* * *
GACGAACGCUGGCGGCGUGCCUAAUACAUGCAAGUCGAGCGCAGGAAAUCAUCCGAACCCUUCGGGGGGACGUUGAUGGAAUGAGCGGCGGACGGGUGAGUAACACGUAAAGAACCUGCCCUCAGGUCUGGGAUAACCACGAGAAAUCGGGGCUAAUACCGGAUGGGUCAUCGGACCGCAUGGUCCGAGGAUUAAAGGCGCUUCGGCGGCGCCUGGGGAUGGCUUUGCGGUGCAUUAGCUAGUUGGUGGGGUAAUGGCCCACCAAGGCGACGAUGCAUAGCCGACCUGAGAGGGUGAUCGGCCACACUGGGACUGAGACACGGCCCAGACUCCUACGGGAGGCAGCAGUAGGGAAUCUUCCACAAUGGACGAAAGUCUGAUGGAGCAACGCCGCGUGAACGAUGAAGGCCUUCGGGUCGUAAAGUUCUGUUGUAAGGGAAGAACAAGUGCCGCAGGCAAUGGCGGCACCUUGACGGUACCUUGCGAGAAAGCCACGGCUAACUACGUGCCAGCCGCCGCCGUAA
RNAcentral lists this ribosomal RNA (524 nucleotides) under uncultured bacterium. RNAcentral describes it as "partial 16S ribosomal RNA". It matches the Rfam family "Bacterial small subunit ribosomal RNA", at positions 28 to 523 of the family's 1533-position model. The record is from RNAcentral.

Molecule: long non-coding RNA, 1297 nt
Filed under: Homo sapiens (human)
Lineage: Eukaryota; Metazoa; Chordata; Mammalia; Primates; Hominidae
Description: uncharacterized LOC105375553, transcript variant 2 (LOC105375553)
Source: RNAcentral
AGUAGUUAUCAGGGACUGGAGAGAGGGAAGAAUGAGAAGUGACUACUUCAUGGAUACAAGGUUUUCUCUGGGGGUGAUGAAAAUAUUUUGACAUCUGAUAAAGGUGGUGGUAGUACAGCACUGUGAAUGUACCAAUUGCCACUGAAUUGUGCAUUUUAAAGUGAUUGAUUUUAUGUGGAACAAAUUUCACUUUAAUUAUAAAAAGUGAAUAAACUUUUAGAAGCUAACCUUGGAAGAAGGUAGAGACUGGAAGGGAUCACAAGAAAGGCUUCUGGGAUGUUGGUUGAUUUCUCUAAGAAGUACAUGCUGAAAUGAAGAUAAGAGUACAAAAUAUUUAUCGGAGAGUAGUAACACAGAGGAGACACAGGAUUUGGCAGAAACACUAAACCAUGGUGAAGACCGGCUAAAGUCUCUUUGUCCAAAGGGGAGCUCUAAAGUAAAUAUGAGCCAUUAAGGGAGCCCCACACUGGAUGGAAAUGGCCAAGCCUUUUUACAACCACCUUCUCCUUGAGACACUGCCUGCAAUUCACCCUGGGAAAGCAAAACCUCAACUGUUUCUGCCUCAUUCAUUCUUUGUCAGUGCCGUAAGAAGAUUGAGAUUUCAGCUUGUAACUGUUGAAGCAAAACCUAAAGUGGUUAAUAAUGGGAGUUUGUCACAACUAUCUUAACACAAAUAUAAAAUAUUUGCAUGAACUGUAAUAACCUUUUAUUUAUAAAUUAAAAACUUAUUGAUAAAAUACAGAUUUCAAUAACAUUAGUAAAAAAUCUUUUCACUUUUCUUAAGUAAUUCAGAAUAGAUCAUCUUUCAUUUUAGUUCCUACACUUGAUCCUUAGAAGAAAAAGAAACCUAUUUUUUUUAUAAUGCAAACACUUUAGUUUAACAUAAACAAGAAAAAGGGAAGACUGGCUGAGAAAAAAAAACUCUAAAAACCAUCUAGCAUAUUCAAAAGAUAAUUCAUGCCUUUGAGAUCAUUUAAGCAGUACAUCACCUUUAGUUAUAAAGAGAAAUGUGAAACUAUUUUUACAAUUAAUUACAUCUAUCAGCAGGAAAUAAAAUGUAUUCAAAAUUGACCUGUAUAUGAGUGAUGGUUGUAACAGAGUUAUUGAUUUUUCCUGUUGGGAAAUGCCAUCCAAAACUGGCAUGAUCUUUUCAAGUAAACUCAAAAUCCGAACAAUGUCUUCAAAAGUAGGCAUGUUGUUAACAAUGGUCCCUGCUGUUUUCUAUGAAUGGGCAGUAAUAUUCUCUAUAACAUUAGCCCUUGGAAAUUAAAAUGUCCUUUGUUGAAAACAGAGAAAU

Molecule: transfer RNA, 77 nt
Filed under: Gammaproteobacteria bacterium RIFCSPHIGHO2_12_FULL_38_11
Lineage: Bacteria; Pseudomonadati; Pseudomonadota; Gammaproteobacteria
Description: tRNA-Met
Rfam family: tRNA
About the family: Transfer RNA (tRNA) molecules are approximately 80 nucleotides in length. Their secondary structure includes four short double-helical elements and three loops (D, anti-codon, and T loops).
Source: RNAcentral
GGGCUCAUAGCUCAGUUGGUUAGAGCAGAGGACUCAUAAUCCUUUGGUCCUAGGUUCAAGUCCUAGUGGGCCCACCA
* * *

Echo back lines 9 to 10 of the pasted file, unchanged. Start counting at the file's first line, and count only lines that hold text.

Molecule: transfer RNA, 77 nt
Filed under: Gammaproteobacteria bacterium RIFCSPHIGHO2_12_FULL_38_11